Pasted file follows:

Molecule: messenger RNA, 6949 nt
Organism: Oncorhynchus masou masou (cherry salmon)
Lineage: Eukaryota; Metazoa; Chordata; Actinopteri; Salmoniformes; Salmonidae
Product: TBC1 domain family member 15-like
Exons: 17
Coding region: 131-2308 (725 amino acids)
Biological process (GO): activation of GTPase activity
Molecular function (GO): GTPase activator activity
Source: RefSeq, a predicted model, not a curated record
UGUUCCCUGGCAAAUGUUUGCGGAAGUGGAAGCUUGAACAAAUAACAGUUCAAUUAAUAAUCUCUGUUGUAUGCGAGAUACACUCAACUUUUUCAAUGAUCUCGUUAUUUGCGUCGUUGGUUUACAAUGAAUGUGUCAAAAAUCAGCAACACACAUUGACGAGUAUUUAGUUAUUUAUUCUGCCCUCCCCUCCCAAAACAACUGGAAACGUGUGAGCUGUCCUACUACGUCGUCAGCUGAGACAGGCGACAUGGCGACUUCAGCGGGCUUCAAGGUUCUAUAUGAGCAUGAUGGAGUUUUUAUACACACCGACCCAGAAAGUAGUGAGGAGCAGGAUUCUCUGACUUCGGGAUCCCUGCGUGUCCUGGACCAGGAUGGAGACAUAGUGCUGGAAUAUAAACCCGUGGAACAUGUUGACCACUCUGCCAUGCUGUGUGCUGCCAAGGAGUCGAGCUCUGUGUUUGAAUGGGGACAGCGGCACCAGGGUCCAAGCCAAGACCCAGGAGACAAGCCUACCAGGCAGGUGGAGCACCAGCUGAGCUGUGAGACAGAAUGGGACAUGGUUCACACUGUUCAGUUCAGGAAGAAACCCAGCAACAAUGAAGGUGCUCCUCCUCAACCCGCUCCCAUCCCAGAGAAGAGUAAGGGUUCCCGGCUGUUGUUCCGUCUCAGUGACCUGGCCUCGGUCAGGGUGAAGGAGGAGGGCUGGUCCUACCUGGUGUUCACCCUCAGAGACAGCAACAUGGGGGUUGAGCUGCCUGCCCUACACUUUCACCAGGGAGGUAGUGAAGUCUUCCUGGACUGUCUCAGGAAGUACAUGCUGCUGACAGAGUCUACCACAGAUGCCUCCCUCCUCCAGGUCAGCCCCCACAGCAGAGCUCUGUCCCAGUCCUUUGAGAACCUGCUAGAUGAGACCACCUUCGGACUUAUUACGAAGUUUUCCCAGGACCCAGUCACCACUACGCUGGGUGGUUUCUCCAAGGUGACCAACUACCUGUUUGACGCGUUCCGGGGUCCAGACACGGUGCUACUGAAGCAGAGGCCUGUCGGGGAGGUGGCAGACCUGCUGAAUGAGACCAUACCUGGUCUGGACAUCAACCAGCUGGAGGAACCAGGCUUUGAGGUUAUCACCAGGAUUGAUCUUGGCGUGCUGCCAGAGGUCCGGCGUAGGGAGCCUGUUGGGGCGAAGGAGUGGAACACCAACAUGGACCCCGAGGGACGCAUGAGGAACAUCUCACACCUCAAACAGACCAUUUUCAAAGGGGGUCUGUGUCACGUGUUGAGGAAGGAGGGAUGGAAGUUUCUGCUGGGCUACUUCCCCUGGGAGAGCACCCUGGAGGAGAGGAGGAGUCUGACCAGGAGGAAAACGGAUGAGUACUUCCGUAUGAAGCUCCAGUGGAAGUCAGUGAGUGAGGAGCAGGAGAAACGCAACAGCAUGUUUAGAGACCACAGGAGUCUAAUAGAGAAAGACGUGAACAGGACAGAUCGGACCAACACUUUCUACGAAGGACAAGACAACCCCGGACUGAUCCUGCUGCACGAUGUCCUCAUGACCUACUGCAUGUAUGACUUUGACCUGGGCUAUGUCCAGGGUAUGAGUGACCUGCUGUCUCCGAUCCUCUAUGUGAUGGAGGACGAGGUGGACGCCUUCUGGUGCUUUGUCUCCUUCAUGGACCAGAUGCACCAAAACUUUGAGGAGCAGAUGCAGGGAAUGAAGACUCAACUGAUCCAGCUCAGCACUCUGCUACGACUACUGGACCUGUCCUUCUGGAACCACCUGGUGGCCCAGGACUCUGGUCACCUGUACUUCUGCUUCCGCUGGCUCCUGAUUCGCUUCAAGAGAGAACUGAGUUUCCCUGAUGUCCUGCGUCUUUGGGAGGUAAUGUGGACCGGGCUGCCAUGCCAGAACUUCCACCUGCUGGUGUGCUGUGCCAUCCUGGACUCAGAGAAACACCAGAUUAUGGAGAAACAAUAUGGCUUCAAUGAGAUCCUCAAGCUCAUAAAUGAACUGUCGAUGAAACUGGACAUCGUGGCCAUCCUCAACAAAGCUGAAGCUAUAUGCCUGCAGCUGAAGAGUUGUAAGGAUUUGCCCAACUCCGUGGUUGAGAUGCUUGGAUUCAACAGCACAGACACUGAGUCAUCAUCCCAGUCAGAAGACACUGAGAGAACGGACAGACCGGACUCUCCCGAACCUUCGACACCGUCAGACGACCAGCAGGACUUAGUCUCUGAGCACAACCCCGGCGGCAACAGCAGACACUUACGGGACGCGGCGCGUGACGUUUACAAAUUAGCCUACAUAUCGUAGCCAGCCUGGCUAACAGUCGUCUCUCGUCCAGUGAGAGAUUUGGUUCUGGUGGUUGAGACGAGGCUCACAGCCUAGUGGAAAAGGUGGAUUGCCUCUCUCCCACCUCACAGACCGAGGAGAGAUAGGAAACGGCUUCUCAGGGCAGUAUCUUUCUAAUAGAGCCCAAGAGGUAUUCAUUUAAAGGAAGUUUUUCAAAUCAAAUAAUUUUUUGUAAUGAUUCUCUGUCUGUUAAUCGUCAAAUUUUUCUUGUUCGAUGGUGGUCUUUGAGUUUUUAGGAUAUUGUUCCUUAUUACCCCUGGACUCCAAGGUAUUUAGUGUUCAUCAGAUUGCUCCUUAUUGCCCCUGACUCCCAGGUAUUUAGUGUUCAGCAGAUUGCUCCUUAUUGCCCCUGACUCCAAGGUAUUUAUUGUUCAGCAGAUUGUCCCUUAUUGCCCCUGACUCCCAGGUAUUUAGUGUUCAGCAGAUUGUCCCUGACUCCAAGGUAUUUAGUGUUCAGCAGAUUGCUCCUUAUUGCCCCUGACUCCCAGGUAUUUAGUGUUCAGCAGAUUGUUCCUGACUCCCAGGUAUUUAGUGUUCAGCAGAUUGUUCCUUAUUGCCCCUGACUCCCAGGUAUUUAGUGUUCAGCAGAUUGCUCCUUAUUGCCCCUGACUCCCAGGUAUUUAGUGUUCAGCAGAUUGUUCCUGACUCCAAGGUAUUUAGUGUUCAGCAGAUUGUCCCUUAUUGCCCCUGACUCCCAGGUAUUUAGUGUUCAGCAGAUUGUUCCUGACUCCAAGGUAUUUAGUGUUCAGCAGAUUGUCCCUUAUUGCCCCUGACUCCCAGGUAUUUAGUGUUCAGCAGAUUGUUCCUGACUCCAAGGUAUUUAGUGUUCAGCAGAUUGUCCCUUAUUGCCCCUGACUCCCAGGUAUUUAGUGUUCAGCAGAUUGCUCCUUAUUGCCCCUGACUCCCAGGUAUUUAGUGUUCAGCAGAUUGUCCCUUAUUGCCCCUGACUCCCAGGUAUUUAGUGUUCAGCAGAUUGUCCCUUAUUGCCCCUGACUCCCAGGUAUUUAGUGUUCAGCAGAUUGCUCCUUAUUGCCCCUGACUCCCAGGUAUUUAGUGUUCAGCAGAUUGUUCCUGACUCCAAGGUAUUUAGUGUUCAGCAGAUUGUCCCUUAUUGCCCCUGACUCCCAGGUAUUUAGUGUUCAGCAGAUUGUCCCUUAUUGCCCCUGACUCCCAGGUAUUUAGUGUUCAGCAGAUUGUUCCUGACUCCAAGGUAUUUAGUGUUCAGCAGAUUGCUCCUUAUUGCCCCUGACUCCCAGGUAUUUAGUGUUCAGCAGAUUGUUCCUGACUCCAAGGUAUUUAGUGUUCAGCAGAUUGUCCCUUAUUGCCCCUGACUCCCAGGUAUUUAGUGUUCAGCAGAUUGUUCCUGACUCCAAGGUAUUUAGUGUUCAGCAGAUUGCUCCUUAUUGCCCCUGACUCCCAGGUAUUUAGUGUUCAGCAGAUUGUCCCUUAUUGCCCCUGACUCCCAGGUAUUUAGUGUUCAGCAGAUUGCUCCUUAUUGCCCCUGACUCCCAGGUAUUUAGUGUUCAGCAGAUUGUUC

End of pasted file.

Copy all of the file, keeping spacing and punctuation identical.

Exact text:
Molecule: messenger RNA, 6949 nt
Organism: Oncorhynchus masou masou (cherry salmon)
Lineage: Eukaryota; Metazoa; Chordata; Actinopteri; Salmoniformes; Salmonidae
Product: TBC1 domain family member 15-like
Exons: 17
Coding region: 131-2308 (725 amino acids)
Biological process (GO): activation of GTPase activity
Molecular function (GO): GTPase activator activity
Source: RefSeq, a predicted model, not a curated record
UGUUCCCUGGCAAAUGUUUGCGGAAGUGGAAGCUUGAACAAAUAACAGUUCAAUUAAUAAUCUCUGUUGUAUGCGAGAUACACUCAACUUUUUCAAUGAUCUCGUUAUUUGCGUCGUUGGUUUACAAUGAAUGUGUCAAAAAUCAGCAACACACAUUGACGAGUAUUUAGUUAUUUAUUCUGCCCUCCCCUCCCAAAACAACUGGAAACGUGUGAGCUGUCCUACUACGUCGUCAGCUGAGACAGGCGACAUGGCGACUUCAGCGGGCUUCAAGGUUCUAUAUGAGCAUGAUGGAGUUUUUAUACACACCGACCCAGAAAGUAGUGAGGAGCAGGAUUCUCUGACUUCGGGAUCCCUGCGUGUCCUGGACCAGGAUGGAGACAUAGUGCUGGAAUAUAAACCCGUGGAACAUGUUGACCACUCUGCCAUGCUGUGUGCUGCCAAGGAGUCGAGCUCUGUGUUUGAAUGGGGACAGCGGCACCAGGGUCCAAGCCAAGACCCAGGAGACAAGCCUACCAGGCAGGUGGAGCACCAGCUGAGCUGUGAGACAGAAUGGGACAUGGUUCACACUGUUCAGUUCAGGAAGAAACCCAGCAACAAUGAAGGUGCUCCUCCUCAACCCGCUCCCAUCCCAGAGAAGAGUAAGGGUUCCCGGCUGUUGUUCCGUCUCAGUGACCUGGCCUCGGUCAGGGUGAAGGAGGAGGGCUGGUCCUACCUGGUGUUCACCCUCAGAGACAGCAACAUGGGGGUUGAGCUGCCUGCCCUACACUUUCACCAGGGAGGUAGUGAAGUCUUCCUGGACUGUCUCAGGAAGUACAUGCUGCUGACAGAGUCUACCACAGAUGCCUCCCUCCUCCAGGUCAGCCCCCACAGCAGAGCUCUGUCCCAGUCCUUUGAGAACCUGCUAGAUGAGACCACCUUCGGACUUAUUACGAAGUUUUCCCAGGACCCAGUCACCACUACGCUGGGUGGUUUCUCCAAGGUGACCAACUACCUGUUUGACGCGUUCCGGGGUCCAGACACGGUGCUACUGAAGCAGAGGCCUGUCGGGGAGGUGGCAGACCUGCUGAAUGAGACCAUACCUGGUCUGGACAUCAACCAGCUGGAGGAACCAGGCUUUGAGGUUAUCACCAGGAUUGAUCUUGGCGUGCUGCCAGAGGUCCGGCGUAGGGAGCCUGUUGGGGCGAAGGAGUGGAACACCAACAUGGACCCCGAGGGACGCAUGAGGAACAUCUCACACCUCAAACAGACCAUUUUCAAAGGGGGUCUGUGUCACGUGUUGAGGAAGGAGGGAUGGAAGUUUCUGCUGGGCUACUUCCCCUGGGAGAGCACCCUGGAGGAGAGGAGGAGUCUGACCAGGAGGAAAACGGAUGAGUACUUCCGUAUGAAGCUCCAGUGGAAGUCAGUGAGUGAGGAGCAGGAGAAACGCAACAGCAUGUUUAGAGACCACAGGAGUCUAAUAGAGAAAGACGUGAACAGGACAGAUCGGACCAACACUUUCUACGAAGGACAAGACAACCCCGGACUGAUCCUGCUGCACGAUGUCCUCAUGACCUACUGCAUGUAUGACUUUGACCUGGGCUAUGUCCAGGGUAUGAGUGACCUGCUGUCUCCGAUCCUCUAUGUGAUGGAGGACGAGGUGGACGCCUUCUGGUGCUUUGUCUCCUUCAUGGACCAGAUGCACCAAAACUUUGAGGAGCAGAUGCAGGGAAUGAAGACUCAACUGAUCCAGCUCAGCACUCUGCUACGACUACUGGACCUGUCCUUCUGGAACCACCUGGUGGCCCAGGACUCUGGUCACCUGUACUUCUGCUUCCGCUGGCUCCUGAUUCGCUUCAAGAGAGAACUGAGUUUCCCUGAUGUCCUGCGUCUUUGGGAGGUAAUGUGGACCGGGCUGCCAUGCCAGAACUUCCACCUGCUGGUGUGCUGUGCCAUCCUGGACUCAGAGAAACACCAGAUUAUGGAGAAACAAUAUGGCUUCAAUGAGAUCCUCAAGCUCAUAAAUGAACUGUCGAUGAAACUGGACAUCGUGGCCAUCCUCAACAAAGCUGAAGCUAUAUGCCUGCAGCUGAAGAGUUGUAAGGAUUUGCCCAACUCCGUGGUUGAGAUGCUUGGAUUCAACAGCACAGACACUGAGUCAUCAUCCCAGUCAGAAGACACUGAGAGAACGGACAGACCGGACUCUCCCGAACCUUCGACACCGUCAGACGACCAGCAGGACUUAGUCUCUGAGCACAACCCCGGCGGCAACAGCAGACACUUACGGGACGCGGCGCGUGACGUUUACAAAUUAGCCUACAUAUCGUAGCCAGCCUGGCUAACAGUCGUCUCUCGUCCAGUGAGAGAUUUGGUUCUGGUGGUUGAGACGAGGCUCACAGCCUAGUGGAAAAGGUGGAUUGCCUCUCUCCCACCUCACAGACCGAGGAGAGAUAGGAAACGGCUUCUCAGGGCAGUAUCUUUCUAAUAGAGCCCAAGAGGUAUUCAUUUAAAGGAAGUUUUUCAAAUCAAAUAAUUUUUUGUAAUGAUUCUCUGUCUGUUAAUCGUCAAAUUUUUCUUGUUCGAUGGUGGUCUUUGAGUUUUUAGGAUAUUGUUCCUUAUUACCCCUGGACUCCAAGGUAUUUAGUGUUCAUCAGAUUGCUCCUUAUUGCCCCUGACUCCCAGGUAUUUAGUGUUCAGCAGAUUGCUCCUUAUUGCCCCUGACUCCAAGGUAUUUAUUGUUCAGCAGAUUGUCCCUUAUUGCCCCUGACUCCCAGGUAUUUAGUGUUCAGCAGAUUGUCCCUGACUCCAAGGUAUUUAGUGUUCAGCAGAUUGCUCCUUAUUGCCCCUGACUCCCAGGUAUUUAGUGUUCAGCAGAUUGUUCCUGACUCCCAGGUAUUUAGUGUUCAGCAGAUUGUUCCUUAUUGCCCCUGACUCCCAGGUAUUUAGUGUUCAGCAGAUUGCUCCUUAUUGCCCCUGACUCCCAGGUAUUUAGUGUUCAGCAGAUUGUUCCUGACUCCAAGGUAUUUAGUGUUCAGCAGAUUGUCCCUUAUUGCCCCUGACUCCCAGGUAUUUAGUGUUCAGCAGAUUGUUCCUGACUCCAAGGUAUUUAGUGUUCAGCAGAUUGUCCCUUAUUGCCCCUGACUCCCAGGUAUUUAGUGUUCAGCAGAUUGUUCCUGACUCCAAGGUAUUUAGUGUUCAGCAGAUUGUCCCUUAUUGCCCCUGACUCCCAGGUAUUUAGUGUUCAGCAGAUUGCUCCUUAUUGCCCCUGACUCCCAGGUAUUUAGUGUUCAGCAGAUUGUCCCUUAUUGCCCCUGACUCCCAGGUAUUUAGUGUUCAGCAGAUUGUCCCUUAUUGCCCCUGACUCCCAGGUAUUUAGUGUUCAGCAGAUUGCUCCUUAUUGCCCCUGACUCCCAGGUAUUUAGUGUUCAGCAGAUUGUUCCUGACUCCAAGGUAUUUAGUGUUCAGCAGAUUGUCCCUUAUUGCCCCUGACUCCCAGGUAUUUAGUGUUCAGCAGAUUGUCCCUUAUUGCCCCUGACUCCCAGGUAUUUAGUGUUCAGCAGAUUGUUCCUGACUCCAAGGUAUUUAGUGUUCAGCAGAUUGCUCCUUAUUGCCCCUGACUCCCAGGUAUUUAGUGUUCAGCAGAUUGUUCCUGACUCCAAGGUAUUUAGUGUUCAGCAGAUUGUCCCUUAUUGCCCCUGACUCCCAGGUAUUUAGUGUUCAGCAGAUUGUUCCUGACUCCAAGGUAUUUAGUGUUCAGCAGAUUGCUCCUUAUUGCCCCUGACUCCCAGGUAUUUAGUGUUCAGCAGAUUGUCCCUUAUUGCCCCUGACUCCCAGGUAUUUAGUGUUCAGCAGAUUGCUCCUUAUUGCCCCUGACUCCCAGGUAUUUAGUGUUCAGCAGAUUGUUC